Party politics

Kids’ birthday parties, a good idea for a blog post, I thought. I can rattle off a rant about junior school shindigs in the time it takes Lola to eat her way through a packet of party bag Haribos. To wit, remarkably quickly.

But hold that thought, I thought. How about waiting, returning to the idea in the first or second week of September shortly after Lola’s fifth birthday party, unleashing the diatribe when the wounds are raw, the credit card bill unpaid, the post-traumatic stress still being worked through.

Yet here I am writing about birthday parties in mid-June. Which begs the question why? Neither of my kids was born in June. There should be few topics further from my mind.

The reality is, when you have a four year old the topic of birthday parties is never far from your mind. If it isn’t parties for your own kids, it’s their friends’ parties.

And it’s an arms race, I tell you. Birthday parties are competitive these days. Boy, are they competitive. It starts with the save the date email which usually lands a good four to six months before the party itself, because you have to make sure no one’s planning to go on holiday or attend a wedding or celebrate their own child’s birthday when your kid’s throwing their party, right?

If you include her own, Lola already has four parties in the diary for the first two weeks of September. Yes, four. God forbid we might want to enjoy our weekends. I’m not sure how we’re supposed to manage it when Mina starts coming home with invitations in her book bag. I’m wondering whether Uber will do party drop-offs and pick-ups and, if not, I may have hit on the business venture of the century.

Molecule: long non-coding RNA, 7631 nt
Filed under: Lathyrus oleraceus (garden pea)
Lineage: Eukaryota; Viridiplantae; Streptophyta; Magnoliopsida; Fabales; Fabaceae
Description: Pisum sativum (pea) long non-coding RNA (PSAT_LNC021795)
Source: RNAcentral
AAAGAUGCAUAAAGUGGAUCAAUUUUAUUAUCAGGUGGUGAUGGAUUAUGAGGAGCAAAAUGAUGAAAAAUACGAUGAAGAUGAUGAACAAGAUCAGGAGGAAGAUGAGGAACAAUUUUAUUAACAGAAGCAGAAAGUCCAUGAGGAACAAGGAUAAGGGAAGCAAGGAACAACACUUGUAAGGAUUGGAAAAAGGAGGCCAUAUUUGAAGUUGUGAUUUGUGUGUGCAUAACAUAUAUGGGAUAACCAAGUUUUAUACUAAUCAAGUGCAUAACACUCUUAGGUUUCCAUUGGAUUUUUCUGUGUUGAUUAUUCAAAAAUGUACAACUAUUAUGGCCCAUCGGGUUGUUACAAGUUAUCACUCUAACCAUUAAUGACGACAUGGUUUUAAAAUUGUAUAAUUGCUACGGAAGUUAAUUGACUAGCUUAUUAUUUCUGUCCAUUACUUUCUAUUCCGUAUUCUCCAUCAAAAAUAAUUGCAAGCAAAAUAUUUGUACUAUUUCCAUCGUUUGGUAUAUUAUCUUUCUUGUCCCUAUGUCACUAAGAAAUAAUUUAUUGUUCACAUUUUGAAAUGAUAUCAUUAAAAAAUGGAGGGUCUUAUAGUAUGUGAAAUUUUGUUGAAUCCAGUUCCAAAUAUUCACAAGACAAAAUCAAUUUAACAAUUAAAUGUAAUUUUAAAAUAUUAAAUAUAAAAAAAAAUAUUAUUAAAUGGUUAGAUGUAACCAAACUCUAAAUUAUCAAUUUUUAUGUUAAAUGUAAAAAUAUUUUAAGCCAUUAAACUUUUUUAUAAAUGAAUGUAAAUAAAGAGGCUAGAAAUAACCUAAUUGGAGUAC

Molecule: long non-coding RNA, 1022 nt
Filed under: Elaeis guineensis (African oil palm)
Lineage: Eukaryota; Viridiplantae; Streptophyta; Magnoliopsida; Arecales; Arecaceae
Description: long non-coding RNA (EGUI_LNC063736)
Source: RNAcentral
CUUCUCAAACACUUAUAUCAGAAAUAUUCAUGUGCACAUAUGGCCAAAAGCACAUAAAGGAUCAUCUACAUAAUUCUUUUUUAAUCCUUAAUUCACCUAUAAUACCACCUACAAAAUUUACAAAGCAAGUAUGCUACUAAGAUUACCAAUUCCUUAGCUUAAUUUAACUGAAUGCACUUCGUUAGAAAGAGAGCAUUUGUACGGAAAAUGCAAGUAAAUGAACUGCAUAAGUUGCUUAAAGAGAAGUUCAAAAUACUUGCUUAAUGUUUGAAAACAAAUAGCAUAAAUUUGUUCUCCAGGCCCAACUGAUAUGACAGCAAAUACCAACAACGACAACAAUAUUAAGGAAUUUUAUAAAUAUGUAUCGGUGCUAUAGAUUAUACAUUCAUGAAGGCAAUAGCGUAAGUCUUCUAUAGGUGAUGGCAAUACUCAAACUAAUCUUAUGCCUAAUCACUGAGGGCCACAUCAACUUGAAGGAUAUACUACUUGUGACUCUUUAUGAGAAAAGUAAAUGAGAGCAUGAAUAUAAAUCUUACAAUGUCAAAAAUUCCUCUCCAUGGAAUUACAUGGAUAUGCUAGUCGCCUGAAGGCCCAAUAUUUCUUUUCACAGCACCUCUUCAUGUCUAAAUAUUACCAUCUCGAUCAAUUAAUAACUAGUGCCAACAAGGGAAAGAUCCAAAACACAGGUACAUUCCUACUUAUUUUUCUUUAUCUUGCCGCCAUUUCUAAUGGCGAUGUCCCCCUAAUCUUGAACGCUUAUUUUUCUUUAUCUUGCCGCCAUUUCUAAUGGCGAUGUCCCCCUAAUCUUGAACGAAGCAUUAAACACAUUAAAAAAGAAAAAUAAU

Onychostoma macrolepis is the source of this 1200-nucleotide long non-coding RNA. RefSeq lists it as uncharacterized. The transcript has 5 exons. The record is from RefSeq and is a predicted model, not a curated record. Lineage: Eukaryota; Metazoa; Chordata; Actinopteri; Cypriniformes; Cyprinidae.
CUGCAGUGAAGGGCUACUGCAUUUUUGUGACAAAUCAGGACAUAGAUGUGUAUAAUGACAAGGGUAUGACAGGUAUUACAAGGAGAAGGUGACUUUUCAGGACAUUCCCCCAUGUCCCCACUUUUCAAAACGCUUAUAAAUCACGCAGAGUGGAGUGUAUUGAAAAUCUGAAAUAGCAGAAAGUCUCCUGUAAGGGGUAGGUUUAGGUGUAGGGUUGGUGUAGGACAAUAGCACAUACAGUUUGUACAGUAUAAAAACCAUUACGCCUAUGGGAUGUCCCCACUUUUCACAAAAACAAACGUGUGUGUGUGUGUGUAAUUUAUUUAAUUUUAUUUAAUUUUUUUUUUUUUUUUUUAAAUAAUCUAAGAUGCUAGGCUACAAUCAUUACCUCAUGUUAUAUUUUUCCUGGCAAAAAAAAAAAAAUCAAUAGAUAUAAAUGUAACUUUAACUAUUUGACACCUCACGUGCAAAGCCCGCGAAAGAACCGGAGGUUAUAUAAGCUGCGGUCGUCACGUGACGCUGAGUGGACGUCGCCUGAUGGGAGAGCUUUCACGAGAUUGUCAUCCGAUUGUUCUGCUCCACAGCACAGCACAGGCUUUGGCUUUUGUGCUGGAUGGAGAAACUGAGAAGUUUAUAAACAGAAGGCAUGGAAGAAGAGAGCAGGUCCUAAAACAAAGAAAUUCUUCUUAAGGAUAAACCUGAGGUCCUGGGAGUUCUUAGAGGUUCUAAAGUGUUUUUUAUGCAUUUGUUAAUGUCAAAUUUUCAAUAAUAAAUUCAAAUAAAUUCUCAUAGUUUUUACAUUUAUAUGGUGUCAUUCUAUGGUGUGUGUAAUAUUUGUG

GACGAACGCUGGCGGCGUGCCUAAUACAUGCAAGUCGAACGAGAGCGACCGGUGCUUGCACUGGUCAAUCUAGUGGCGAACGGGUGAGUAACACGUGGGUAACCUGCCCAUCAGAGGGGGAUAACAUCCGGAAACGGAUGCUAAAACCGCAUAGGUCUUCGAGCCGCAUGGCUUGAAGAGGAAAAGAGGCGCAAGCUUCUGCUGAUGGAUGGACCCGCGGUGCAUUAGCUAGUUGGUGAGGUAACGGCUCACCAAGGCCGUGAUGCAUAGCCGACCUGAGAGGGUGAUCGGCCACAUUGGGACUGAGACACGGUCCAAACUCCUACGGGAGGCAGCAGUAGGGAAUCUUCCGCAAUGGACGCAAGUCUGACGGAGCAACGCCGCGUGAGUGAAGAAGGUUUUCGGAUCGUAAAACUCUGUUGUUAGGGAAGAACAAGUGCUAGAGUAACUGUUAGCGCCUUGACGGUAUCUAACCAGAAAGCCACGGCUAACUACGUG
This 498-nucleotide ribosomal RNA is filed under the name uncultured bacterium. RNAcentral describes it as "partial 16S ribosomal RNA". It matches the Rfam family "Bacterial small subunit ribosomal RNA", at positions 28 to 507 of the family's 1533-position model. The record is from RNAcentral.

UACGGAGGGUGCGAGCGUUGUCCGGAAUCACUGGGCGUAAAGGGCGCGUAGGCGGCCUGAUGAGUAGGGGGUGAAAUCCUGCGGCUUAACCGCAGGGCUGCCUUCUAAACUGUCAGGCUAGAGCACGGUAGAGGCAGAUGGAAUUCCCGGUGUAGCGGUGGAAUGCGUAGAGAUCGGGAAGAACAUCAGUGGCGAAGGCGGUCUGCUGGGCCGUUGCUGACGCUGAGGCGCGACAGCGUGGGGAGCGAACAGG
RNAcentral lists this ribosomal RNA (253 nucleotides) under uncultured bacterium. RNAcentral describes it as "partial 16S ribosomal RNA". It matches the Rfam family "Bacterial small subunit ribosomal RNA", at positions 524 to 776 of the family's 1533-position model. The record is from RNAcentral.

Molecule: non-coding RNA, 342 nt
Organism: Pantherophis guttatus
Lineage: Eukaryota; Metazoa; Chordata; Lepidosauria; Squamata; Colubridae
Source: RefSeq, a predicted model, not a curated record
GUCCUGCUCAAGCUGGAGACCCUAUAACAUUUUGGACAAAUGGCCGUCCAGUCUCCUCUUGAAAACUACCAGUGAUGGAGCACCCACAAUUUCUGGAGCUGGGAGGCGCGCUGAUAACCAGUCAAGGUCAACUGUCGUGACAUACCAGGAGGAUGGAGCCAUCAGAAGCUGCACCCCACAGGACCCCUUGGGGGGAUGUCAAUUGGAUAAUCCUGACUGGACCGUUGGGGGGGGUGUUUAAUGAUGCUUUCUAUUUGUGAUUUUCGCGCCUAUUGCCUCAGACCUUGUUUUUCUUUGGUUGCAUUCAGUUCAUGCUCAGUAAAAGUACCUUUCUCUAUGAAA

The parties themselves regularly verge on the ludicrous. Some of them wouldn’t have looked out of place in The Great Gatsby. I’ve been to fifth birthdays that make the Queen’s 90th appear low-key. The Chancellor throws around less money in his Budget.

It was different in my day. I remember the parties I went being more modest affairs. They generally took place in fast food restaurants. Wimpy featured heavily. How I miss the Eighties.

Now I’m convinced it’s only a matter of time before Lola gets an invitation to a party at Wembley Stadium with entertainment by Cirque du Soleil, Heston Blumenthal doing the cherry tomatoes and carrot sticks and Bieber providing the soundtrack for pass the parcel.

What’s more, non-attendance is not an option. Lola won’t countenance it. She literally cannot get enough of parties. It could be her full time job; she’d make an excellent D-list celebrity. In her class, she’s a member of a highly elite group that has been to every one of her classmate’s extravaganzas this year.

The irony is Lola doesn’t even like birthday parties.

The only things she enjoys about the whole affair are the cake and the party bags. The rest of it, the hundred quid an hour entertainers, the chaotic games, the sweaty dancing in polyester princess dresses, those she can live without.

She’s in it for the payoff, the final few minutes of gorging on dry sponge cake slathered in garish icing that indelibly stains her hands for weeks afterwards, then making off with a plastic bag full of bin filler and a helium balloon that will come close to making me crash the car at least three times on the drive home.

Yet the only thing less appealing than going to kids’ parties is arranging one for your own child. Now that the save the date has gone out for Lola’s birthday celebration my role as a parent is reduced to that of party planner until that fateful day in early September.


Of course, being naturally a bit of a grouch, parties aren’t the only things that wind me up about having kids. In fact, I’ve written about some of the other things before.




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